Friday, June 27, 2008

First results from Martian soil samples

The Phoenix lander on Mars has sent back its first results on the soil chemistry, and it looks "friendly" enough to support life! No organic material (yet), mind you, but a slightly alkaline soil that's similar to what you might find in Antarctica. They say you could plant asparagus in it and have it thrive.

There's also some water content. That's more evidence to put into the column for a past wet Mars. And, of course, if we're ultimately looking for signs of life (past or present), that's one ingredient we'll certainly need.

The NYT article is here, and the AP wire story is here.

Mars was struck by Pluto-sized planet early on

Mars' known asymmetry was likely caused by a collision with a Pluto-sized planet. Scientists have known about the asymmetry for years, and the collision hypotheses has been out there since the '80s, but only now have they been able to answer some basic objections to the model.

The Earth had a similar collision with a Mars-sized planet, the debris from which coalesced into the Moon. Hmmm...I wonder why the debris from this collision produced no moon for Mars. Phobos and Deimos are captured asteroids.

Mars, Mars, Mars...

I've got three posts on Martian science coming up. The papers have been full of them this week. I say "papers," and in this case, it's websites of actual newspapers. I remember in Clark's 2010 or 2061 (I've forgotten which, but it was one of his sequels to 2001), one old lady is living in EPCOT Center (remember: it was originally designed as a living community, not just a scientific theme park), and she's described as having a newspaper clipping on her wall, from one of the last of the printed editions of the New York TImes.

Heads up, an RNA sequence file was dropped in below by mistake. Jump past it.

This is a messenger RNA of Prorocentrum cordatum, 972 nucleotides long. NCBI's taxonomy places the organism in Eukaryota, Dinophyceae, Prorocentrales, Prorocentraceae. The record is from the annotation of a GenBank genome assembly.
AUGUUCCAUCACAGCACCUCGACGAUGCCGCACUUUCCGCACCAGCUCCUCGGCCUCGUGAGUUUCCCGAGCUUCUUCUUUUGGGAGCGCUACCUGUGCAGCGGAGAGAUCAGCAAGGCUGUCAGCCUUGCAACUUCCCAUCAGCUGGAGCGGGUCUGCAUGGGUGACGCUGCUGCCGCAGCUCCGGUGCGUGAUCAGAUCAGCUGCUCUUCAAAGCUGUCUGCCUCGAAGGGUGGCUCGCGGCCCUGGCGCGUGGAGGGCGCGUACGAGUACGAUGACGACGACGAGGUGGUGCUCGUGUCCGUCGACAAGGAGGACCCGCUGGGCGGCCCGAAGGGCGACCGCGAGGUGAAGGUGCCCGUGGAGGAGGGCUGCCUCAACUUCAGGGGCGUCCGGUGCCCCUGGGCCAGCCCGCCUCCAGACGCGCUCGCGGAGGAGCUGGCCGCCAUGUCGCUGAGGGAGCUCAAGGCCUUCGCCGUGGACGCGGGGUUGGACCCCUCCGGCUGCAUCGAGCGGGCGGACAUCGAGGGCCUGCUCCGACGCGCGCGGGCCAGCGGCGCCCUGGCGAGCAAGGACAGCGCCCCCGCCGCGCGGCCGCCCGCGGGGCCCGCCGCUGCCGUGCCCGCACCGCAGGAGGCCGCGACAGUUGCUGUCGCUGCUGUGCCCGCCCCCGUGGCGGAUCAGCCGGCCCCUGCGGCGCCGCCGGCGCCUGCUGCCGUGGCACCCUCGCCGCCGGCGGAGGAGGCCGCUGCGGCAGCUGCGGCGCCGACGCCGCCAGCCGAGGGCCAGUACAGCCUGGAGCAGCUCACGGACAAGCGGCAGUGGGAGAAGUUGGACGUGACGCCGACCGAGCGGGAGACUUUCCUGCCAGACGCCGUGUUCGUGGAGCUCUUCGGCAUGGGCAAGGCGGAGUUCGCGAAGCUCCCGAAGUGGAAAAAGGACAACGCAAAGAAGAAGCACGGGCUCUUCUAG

Back then, I thought Clark was really stretching, because there's no way we'd want to read our newspapers hunched over a computer monitor. For that matter, I still prefer to read on paper, rather than on a screen. But the economics of the thing is catching up to it. Sigh.

Thursday, June 26, 2008

US removes last nukes from Great Britain

We've secretly taken out the last of our nuclear weapons from Britain. The US now relies more on the "southern" NATO locations (Italy and Turkey) than a northern location like Britain, according to the article.

It's the Guardian reporting this, so I should have expected the quotations and analysis to be exclusively from lefties like the Federation of American Scientists and similar groups. I just wish there'd been someone quoted to refute their attitude of knowing defense strategy better than the military does.

D.C. Gun Ban Unconstitutional

Scalia wrote the decision. Says Constitution guarantees an individual right, unconnected to service in a militia. Halleluja. I'd been getting a little ticked off with this session's decisions the last week or so.

Glenn Reynolds has more.

Tuesday, June 24, 2008

Diamond and oil cartels